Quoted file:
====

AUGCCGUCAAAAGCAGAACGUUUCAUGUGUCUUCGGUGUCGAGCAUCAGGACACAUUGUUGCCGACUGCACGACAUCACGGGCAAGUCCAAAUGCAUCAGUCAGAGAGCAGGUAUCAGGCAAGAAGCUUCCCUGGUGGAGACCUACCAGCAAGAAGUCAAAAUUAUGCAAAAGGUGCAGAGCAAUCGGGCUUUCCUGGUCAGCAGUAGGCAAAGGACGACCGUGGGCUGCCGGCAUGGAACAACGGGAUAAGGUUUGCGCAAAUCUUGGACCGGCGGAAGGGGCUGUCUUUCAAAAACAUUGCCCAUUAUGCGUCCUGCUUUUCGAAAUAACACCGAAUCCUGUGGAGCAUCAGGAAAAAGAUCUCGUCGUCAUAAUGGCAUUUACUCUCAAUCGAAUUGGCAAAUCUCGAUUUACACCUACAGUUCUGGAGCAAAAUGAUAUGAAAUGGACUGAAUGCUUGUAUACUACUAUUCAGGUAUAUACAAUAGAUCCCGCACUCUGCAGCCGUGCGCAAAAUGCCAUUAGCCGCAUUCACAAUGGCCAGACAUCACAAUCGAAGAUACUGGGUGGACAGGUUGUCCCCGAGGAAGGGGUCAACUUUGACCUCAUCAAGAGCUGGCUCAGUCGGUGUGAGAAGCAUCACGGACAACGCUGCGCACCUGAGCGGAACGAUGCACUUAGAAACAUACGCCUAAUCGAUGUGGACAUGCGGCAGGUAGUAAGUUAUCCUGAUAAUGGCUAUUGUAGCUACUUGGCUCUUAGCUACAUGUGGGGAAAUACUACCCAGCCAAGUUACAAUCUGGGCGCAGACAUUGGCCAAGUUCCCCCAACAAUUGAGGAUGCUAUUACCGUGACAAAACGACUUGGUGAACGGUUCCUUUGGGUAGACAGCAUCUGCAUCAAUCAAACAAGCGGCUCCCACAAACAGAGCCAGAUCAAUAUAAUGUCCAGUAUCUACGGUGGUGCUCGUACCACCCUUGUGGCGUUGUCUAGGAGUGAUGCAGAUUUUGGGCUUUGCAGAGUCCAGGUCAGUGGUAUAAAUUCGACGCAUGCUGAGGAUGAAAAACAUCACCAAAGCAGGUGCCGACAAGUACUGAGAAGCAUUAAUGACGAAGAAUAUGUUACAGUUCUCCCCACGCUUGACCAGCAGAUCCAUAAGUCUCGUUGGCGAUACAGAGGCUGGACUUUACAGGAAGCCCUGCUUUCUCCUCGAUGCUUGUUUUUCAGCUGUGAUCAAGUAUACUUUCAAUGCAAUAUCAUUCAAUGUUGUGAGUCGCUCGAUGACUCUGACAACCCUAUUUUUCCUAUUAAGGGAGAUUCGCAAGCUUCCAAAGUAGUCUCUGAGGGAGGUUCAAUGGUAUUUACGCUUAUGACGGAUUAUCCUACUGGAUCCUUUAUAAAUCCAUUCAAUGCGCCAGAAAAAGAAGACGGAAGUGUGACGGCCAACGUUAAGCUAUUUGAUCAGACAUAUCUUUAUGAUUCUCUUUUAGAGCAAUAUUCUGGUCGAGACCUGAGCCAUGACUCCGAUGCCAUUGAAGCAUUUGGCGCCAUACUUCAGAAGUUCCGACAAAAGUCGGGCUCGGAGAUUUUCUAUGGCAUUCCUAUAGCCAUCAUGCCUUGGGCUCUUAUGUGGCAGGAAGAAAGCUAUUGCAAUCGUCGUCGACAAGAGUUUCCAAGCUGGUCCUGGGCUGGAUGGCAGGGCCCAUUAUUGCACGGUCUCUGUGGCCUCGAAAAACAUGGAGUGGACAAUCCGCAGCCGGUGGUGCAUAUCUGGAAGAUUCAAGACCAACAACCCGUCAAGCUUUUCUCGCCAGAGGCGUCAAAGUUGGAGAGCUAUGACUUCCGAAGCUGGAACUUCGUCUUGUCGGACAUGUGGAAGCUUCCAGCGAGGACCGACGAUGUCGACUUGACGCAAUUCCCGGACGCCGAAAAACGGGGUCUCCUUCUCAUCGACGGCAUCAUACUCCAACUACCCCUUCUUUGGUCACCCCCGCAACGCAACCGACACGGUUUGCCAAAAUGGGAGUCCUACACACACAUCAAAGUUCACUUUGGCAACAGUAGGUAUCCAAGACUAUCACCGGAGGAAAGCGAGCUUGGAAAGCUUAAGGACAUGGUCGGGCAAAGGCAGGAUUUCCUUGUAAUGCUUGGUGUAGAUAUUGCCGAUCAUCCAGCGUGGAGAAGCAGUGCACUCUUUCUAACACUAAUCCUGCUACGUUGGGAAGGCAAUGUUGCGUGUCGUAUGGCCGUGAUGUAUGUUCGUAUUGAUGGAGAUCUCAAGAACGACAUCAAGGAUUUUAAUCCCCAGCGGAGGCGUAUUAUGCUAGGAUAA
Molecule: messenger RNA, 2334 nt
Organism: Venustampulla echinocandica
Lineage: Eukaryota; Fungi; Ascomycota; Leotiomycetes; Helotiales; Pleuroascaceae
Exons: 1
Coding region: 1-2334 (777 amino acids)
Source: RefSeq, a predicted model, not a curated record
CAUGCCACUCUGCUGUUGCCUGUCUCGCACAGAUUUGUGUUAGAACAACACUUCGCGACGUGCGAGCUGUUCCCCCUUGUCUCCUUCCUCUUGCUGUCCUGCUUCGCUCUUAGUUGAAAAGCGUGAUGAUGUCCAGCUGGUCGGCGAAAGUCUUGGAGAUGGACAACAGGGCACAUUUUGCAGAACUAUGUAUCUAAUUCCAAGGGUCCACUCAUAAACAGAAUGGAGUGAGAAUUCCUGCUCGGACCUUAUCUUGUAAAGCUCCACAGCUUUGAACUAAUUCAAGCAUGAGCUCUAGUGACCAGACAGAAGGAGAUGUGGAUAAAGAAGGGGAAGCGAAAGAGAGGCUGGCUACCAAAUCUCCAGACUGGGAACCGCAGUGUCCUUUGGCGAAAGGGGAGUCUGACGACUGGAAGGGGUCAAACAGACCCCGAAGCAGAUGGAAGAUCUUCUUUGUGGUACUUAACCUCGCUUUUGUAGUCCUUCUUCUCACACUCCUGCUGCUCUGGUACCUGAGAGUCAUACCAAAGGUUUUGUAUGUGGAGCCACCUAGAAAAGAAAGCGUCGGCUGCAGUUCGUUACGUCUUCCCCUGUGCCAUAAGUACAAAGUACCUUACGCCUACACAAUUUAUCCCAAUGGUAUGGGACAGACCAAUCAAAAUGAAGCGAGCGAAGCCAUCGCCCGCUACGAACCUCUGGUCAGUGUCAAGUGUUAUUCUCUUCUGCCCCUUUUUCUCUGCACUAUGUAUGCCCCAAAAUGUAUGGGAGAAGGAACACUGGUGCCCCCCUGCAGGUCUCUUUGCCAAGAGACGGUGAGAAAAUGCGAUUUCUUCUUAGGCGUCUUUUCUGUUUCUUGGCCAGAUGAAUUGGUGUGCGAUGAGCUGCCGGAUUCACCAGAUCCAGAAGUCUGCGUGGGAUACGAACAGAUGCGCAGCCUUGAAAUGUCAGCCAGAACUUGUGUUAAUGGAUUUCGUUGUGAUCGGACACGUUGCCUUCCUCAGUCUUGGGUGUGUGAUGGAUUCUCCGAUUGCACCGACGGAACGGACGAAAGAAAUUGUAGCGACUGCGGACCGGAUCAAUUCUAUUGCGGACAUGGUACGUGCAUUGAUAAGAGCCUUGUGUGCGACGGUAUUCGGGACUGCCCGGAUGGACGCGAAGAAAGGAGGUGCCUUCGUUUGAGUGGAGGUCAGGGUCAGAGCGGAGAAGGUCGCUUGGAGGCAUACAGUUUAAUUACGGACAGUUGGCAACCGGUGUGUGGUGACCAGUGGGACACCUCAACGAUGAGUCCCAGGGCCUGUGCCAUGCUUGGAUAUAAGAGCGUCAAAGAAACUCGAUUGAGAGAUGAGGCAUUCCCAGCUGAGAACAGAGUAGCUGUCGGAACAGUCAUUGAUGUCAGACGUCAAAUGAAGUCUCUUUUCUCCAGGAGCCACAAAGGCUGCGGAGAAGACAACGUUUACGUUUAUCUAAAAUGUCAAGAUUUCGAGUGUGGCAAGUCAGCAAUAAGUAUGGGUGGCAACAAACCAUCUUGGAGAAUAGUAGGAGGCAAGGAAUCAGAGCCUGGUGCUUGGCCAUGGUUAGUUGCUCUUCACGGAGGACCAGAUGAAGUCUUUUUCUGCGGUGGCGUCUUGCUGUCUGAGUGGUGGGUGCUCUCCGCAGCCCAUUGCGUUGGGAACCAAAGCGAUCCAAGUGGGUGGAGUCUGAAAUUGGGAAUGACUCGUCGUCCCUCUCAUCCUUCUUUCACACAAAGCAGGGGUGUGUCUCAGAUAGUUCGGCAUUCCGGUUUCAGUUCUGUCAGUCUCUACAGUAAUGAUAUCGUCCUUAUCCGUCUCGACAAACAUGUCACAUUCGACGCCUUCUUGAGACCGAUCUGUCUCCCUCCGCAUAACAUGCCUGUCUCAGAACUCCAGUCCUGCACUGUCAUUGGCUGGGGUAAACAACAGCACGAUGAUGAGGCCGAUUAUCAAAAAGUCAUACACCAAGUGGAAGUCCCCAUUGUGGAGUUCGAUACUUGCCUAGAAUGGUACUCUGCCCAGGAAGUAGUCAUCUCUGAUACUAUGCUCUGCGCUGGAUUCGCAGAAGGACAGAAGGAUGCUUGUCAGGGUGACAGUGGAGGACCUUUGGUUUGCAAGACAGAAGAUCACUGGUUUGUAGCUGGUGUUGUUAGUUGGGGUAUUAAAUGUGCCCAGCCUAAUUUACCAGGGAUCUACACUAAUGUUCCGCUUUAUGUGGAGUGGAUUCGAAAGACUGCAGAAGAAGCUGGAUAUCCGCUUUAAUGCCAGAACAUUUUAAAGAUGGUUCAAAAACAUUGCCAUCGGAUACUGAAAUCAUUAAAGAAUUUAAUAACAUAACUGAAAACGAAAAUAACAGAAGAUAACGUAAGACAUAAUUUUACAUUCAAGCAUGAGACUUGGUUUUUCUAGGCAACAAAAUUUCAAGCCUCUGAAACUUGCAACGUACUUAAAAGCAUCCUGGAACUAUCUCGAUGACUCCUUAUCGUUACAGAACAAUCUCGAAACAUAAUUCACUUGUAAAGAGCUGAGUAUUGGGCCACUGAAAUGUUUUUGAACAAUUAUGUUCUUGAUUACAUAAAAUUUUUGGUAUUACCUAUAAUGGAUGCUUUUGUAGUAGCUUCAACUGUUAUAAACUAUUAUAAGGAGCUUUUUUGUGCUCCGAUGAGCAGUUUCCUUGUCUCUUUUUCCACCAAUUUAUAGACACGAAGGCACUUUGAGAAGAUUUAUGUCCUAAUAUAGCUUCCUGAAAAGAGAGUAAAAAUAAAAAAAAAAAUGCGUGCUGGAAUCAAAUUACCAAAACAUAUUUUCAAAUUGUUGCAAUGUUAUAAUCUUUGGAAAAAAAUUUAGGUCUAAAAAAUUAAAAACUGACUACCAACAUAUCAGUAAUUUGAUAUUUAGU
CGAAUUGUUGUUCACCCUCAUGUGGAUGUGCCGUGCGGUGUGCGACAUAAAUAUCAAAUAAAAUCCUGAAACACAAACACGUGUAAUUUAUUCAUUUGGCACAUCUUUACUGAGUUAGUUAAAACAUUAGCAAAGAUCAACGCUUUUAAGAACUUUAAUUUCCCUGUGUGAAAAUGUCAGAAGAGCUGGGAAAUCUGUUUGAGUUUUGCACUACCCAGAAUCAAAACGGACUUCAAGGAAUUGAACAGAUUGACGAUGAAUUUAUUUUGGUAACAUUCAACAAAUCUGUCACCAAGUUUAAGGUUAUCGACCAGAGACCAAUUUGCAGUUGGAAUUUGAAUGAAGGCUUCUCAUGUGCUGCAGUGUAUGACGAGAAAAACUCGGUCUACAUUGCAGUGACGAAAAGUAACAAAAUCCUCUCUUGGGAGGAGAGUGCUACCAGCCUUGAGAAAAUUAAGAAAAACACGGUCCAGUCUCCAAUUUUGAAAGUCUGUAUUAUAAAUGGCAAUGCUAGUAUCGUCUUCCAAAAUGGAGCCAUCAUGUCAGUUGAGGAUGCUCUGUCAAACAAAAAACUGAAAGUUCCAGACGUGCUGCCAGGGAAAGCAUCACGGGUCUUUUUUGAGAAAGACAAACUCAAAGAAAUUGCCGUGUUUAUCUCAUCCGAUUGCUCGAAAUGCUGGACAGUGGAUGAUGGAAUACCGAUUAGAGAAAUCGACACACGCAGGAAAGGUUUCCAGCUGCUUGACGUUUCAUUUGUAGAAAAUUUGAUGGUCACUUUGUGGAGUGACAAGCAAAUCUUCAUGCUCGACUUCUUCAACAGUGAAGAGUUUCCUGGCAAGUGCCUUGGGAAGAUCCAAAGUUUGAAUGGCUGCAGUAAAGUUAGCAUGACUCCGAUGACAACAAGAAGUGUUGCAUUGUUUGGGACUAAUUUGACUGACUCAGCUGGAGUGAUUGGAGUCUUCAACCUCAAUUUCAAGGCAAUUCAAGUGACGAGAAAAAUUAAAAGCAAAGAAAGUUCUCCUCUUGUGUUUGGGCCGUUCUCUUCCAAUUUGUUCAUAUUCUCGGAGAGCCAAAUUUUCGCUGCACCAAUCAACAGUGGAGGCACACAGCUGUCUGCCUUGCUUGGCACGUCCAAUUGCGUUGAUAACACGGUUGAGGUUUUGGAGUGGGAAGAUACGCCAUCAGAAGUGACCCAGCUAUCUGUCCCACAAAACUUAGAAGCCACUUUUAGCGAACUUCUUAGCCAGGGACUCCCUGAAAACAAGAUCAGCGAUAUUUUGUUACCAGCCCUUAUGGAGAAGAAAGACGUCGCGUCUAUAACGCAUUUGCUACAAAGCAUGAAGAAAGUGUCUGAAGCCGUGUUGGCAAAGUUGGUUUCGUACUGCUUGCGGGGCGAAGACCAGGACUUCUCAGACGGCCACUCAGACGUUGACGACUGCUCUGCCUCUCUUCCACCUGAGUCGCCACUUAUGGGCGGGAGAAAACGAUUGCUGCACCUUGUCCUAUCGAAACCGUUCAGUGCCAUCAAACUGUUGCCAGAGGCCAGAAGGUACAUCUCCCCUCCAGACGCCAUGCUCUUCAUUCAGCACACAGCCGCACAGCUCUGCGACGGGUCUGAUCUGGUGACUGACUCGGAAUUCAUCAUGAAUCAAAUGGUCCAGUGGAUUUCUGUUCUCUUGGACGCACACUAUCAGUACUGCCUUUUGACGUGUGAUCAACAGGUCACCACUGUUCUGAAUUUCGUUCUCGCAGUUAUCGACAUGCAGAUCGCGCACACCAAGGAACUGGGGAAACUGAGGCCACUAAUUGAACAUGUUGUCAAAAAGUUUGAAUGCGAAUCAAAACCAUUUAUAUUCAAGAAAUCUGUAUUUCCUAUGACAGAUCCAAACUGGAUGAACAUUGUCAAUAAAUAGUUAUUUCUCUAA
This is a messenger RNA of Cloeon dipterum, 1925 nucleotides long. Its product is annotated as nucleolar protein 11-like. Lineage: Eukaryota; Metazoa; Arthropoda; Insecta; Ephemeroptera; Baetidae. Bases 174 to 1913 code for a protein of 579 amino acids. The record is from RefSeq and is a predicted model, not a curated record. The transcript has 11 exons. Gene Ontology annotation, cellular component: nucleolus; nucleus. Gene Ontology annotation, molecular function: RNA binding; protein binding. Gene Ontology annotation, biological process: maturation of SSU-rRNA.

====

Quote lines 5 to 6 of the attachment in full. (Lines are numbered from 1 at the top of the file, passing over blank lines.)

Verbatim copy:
Exons: 1
Coding region: 1-2334 (777 amino acids)